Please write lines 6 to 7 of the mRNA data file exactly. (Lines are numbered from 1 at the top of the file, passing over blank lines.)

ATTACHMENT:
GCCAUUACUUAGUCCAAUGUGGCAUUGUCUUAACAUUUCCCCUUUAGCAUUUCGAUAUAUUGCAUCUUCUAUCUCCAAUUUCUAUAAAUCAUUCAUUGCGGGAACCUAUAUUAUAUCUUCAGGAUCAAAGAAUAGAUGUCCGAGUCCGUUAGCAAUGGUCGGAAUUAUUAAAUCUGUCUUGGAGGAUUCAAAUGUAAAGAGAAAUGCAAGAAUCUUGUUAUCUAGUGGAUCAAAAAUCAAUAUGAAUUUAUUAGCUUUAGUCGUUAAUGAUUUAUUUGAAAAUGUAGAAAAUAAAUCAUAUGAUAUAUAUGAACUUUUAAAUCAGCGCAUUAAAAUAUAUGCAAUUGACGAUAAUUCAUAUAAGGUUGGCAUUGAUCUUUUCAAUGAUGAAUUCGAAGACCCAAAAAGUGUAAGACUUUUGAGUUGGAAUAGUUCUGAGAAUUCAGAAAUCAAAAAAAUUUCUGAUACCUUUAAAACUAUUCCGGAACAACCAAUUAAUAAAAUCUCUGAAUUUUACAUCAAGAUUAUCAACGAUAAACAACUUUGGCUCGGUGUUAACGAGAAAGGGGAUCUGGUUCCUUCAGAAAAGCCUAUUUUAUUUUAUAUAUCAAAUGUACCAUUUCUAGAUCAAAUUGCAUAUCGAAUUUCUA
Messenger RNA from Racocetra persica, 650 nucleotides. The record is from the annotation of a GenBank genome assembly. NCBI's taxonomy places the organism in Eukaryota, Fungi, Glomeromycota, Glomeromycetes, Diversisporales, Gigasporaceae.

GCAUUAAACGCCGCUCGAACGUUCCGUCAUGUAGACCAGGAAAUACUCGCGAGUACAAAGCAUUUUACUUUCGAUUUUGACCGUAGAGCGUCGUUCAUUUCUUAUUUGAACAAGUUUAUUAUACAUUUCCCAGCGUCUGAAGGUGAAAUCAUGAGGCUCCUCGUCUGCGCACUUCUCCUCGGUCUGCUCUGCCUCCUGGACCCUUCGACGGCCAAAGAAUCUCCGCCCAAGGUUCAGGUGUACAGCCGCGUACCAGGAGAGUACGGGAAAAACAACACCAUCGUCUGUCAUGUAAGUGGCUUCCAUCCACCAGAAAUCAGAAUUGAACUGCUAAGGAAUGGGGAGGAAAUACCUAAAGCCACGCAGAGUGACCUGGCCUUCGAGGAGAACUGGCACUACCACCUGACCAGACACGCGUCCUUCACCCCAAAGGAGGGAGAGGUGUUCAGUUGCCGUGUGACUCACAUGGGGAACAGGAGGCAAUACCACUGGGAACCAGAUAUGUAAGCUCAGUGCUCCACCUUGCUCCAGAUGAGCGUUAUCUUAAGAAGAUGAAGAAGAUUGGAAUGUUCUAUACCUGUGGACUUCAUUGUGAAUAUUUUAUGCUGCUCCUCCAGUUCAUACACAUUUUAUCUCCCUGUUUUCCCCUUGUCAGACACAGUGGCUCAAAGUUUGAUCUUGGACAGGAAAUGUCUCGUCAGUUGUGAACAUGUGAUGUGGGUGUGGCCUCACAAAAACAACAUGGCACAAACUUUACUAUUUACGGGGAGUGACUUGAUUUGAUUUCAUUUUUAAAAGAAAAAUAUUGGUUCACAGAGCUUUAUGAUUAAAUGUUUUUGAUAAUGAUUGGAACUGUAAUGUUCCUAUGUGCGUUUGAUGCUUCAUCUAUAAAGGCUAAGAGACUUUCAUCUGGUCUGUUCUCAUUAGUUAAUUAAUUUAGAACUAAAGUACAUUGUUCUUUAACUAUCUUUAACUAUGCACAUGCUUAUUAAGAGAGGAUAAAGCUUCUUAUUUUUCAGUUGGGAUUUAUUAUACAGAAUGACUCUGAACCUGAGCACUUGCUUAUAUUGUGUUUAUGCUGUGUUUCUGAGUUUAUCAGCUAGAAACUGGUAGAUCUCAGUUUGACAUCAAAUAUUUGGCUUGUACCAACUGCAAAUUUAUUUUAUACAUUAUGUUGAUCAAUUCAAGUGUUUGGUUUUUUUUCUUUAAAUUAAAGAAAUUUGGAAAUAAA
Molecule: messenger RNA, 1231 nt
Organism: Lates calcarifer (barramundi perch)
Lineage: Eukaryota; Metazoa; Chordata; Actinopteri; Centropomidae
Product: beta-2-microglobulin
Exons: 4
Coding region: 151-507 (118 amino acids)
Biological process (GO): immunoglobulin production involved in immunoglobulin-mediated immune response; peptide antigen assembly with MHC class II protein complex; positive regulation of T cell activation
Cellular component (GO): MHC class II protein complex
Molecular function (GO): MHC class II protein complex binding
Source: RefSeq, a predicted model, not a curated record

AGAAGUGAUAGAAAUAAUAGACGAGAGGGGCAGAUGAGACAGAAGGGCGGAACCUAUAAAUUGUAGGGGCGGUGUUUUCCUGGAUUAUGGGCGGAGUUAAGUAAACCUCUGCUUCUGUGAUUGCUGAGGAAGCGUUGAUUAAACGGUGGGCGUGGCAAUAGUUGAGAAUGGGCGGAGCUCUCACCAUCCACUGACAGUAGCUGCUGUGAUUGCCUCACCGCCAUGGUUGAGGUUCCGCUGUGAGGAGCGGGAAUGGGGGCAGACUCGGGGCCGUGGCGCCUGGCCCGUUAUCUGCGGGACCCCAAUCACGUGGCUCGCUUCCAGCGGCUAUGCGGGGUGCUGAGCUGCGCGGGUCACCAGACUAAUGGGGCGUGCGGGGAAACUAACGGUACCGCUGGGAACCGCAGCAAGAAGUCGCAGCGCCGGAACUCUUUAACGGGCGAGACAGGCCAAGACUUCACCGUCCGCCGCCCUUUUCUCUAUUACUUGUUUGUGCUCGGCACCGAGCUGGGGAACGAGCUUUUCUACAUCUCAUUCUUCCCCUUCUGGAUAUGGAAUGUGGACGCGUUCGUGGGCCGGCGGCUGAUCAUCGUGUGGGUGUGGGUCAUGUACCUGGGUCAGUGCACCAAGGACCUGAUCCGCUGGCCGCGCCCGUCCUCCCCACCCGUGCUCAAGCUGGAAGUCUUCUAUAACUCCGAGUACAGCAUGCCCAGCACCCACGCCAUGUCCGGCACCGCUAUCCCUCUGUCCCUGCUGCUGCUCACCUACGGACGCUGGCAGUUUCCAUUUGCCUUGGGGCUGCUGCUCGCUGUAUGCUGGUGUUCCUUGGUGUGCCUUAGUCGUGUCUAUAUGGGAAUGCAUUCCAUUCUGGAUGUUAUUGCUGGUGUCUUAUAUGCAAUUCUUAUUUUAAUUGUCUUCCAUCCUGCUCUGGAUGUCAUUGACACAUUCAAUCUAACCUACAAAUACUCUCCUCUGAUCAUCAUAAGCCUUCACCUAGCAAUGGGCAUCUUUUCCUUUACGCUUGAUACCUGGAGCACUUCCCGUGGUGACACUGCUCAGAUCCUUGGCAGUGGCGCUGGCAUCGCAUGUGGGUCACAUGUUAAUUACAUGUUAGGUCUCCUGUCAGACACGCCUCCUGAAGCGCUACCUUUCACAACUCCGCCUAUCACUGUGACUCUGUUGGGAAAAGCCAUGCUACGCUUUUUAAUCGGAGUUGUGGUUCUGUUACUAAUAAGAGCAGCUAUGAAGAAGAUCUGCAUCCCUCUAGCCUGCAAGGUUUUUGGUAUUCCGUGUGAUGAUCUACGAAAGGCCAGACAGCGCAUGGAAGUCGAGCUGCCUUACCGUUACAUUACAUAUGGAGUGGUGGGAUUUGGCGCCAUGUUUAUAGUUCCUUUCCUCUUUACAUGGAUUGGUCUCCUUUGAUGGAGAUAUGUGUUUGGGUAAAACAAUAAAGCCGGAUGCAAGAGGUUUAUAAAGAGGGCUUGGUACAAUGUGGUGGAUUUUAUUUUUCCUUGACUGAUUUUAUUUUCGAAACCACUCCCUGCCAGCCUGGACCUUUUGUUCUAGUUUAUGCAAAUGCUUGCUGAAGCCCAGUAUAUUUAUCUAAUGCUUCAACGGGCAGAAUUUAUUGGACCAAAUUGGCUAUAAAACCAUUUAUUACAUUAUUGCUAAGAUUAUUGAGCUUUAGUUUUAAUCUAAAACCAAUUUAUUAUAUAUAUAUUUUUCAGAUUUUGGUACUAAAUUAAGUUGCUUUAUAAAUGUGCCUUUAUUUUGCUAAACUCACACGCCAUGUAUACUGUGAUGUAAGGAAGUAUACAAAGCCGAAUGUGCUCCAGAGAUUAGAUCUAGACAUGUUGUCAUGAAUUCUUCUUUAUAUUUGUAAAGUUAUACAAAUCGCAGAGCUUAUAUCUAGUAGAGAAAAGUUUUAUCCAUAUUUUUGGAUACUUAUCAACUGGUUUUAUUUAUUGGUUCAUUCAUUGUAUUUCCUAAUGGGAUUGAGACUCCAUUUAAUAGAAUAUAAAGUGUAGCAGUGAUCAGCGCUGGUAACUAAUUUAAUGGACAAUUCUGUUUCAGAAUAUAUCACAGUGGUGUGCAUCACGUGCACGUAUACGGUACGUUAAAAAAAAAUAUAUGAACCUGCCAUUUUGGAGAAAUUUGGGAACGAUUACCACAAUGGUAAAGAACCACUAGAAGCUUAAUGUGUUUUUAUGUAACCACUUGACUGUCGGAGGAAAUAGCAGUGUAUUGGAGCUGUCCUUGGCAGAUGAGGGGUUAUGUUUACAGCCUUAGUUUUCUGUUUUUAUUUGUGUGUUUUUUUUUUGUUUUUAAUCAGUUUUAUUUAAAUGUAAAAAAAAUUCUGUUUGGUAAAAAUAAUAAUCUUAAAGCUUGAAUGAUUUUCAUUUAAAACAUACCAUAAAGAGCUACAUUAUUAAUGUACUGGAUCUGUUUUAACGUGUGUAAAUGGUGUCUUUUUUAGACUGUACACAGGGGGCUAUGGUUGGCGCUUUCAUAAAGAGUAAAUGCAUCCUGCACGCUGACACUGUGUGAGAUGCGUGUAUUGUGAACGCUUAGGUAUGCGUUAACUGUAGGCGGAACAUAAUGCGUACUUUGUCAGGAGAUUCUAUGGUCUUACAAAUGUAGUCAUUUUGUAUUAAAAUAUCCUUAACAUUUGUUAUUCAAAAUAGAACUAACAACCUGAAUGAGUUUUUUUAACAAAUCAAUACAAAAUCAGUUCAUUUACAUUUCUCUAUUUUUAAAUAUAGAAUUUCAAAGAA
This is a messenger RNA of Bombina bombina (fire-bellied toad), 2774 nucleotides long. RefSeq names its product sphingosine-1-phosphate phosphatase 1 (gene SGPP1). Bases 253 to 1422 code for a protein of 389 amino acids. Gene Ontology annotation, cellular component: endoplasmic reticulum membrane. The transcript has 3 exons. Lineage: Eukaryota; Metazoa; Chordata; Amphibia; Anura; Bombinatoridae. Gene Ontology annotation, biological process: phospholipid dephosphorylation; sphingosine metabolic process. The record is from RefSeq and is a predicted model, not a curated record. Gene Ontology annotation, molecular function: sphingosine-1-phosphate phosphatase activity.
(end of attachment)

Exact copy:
Lineage: Eukaryota; Metazoa; Chordata; Actinopteri; Centropomidae
Product: beta-2-microglobulin